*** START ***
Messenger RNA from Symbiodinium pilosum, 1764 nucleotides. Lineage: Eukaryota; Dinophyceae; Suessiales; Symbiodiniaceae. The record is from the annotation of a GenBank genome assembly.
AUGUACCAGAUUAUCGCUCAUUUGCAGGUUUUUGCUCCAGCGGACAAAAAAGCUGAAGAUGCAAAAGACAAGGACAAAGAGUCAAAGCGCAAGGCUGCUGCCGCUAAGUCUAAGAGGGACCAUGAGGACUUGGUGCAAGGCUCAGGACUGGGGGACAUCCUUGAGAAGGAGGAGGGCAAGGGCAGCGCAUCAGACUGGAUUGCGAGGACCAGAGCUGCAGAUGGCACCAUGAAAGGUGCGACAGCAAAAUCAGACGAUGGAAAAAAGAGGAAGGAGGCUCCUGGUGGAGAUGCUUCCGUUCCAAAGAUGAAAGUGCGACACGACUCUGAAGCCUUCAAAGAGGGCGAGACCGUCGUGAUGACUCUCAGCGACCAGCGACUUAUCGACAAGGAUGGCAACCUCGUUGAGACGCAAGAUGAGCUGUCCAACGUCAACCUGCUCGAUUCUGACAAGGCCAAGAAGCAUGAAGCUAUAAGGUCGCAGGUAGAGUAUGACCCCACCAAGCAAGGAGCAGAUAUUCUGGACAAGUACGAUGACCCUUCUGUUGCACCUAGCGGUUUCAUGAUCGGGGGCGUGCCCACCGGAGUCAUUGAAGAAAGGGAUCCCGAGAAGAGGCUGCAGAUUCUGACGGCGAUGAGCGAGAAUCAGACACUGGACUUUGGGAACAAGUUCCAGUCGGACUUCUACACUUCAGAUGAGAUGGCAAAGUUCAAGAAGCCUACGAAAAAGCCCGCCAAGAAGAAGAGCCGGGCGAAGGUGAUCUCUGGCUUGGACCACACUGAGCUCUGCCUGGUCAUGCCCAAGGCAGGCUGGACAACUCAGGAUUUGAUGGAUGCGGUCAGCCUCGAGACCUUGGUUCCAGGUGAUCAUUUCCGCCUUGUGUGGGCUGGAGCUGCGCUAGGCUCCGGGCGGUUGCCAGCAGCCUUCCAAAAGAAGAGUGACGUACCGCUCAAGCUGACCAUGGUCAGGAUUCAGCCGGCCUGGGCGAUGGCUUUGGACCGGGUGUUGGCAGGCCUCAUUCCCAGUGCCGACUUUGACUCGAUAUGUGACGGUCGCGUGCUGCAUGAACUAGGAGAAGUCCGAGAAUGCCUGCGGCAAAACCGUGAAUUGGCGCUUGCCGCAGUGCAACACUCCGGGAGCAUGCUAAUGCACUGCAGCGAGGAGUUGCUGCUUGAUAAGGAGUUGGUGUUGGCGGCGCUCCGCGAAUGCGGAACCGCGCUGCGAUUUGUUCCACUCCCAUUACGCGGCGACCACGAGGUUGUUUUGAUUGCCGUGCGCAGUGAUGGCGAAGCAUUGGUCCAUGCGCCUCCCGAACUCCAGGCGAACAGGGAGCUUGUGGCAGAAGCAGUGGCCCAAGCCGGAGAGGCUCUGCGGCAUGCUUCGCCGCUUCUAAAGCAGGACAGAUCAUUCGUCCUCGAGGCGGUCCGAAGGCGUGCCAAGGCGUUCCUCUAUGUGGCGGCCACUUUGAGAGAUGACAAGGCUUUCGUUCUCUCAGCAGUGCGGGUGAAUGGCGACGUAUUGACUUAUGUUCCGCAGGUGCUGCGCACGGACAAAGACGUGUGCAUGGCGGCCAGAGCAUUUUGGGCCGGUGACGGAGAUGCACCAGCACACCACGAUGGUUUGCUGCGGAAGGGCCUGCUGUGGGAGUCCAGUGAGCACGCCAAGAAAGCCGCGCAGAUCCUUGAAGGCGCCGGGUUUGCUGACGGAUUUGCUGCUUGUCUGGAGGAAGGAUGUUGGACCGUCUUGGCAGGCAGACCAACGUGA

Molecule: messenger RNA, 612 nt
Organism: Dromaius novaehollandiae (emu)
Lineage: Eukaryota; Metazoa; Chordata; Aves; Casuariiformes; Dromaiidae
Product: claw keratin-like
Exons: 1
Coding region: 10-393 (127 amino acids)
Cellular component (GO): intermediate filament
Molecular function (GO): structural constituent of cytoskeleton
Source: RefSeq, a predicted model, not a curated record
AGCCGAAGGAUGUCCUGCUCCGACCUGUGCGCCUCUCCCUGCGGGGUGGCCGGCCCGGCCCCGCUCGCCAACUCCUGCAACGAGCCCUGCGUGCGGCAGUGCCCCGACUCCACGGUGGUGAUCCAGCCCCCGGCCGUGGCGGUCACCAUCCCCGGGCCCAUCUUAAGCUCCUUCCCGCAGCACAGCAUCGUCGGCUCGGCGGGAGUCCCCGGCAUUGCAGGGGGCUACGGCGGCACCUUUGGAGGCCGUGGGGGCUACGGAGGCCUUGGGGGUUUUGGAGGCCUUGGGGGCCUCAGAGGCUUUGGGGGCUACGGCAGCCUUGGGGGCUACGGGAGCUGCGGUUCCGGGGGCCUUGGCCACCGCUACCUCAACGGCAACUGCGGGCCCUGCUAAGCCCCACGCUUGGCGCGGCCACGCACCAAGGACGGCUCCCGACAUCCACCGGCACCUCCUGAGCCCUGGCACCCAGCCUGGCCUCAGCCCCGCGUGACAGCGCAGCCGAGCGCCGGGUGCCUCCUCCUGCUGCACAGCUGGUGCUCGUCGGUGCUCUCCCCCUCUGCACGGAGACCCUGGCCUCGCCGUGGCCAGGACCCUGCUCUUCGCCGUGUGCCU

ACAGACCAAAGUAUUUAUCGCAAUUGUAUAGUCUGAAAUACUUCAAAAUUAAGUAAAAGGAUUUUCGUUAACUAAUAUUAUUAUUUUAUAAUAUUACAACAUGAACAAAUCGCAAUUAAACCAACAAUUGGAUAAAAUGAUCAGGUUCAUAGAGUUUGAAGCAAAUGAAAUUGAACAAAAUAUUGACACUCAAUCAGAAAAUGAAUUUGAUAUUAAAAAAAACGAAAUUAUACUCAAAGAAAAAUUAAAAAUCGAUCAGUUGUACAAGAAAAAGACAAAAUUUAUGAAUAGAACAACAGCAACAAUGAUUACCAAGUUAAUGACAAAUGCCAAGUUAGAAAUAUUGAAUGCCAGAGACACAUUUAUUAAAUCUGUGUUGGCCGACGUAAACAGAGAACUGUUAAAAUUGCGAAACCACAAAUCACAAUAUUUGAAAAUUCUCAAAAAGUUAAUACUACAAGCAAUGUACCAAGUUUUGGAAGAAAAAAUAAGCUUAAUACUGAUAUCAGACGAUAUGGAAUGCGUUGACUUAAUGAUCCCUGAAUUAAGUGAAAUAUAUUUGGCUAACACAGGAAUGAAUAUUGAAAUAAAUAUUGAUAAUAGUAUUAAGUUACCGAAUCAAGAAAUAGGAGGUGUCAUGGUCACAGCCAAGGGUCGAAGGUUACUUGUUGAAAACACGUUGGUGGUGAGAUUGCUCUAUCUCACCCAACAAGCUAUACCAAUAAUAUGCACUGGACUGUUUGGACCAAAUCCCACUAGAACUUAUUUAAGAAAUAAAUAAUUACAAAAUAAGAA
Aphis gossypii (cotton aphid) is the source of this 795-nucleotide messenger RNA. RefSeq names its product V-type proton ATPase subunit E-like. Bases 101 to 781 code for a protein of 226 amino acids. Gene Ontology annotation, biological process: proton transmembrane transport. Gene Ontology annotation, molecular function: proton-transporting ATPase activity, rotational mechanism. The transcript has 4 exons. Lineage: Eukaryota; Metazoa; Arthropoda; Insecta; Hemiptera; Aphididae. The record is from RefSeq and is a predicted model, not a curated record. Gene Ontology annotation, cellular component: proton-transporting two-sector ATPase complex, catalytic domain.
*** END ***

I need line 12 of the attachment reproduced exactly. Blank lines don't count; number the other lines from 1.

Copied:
AGCCGAAGGAUGUCCUGCUCCGACCUGUGCGCCUCUCCCUGCGGGGUGGCCGGCCCGGCCCCGCUCGCCAACUCCUGCAACGAGCCCUGCGUGCGGCAGUGCCCCGACUCCACGGUGGUGAUCCAGCCCCCGGCCGUGGCGGUCACCAUCCCCGGGCCCAUCUUAAGCUCCUUCCCGCAGCACAGCAUCGUCGGCUCGGCGGGAGUCCCCGGCAUUGCAGGGGGCUACGGCGGCACCUUUGGAGGCCGUGGGGGCUACGGAGGCCUUGGGGGUUUUGGAGGCCUUGGGGGCCUCAGAGGCUUUGGGGGCUACGGCAGCCUUGGGGGCUACGGGAGCUGCGGUUCCGGGGGCCUUGGCCACCGCUACCUCAACGGCAACUGCGGGCCCUGCUAAGCCCCACGCUUGGCGCGGCCACGCACCAAGGACGGCUCCCGACAUCCACCGGCACCUCCUGAGCCCUGGCACCCAGCCUGGCCUCAGCCCCGCGUGACAGCGCAGCCGAGCGCCGGGUGCCUCCUCCUGCUGCACAGCUGGUGCUCGUCGGUGCUCUCCCCCUCUGCACGGAGACCCUGGCCUCGCCGUGGCCAGGACCCUGCUCUUCGCCGUGUGCCU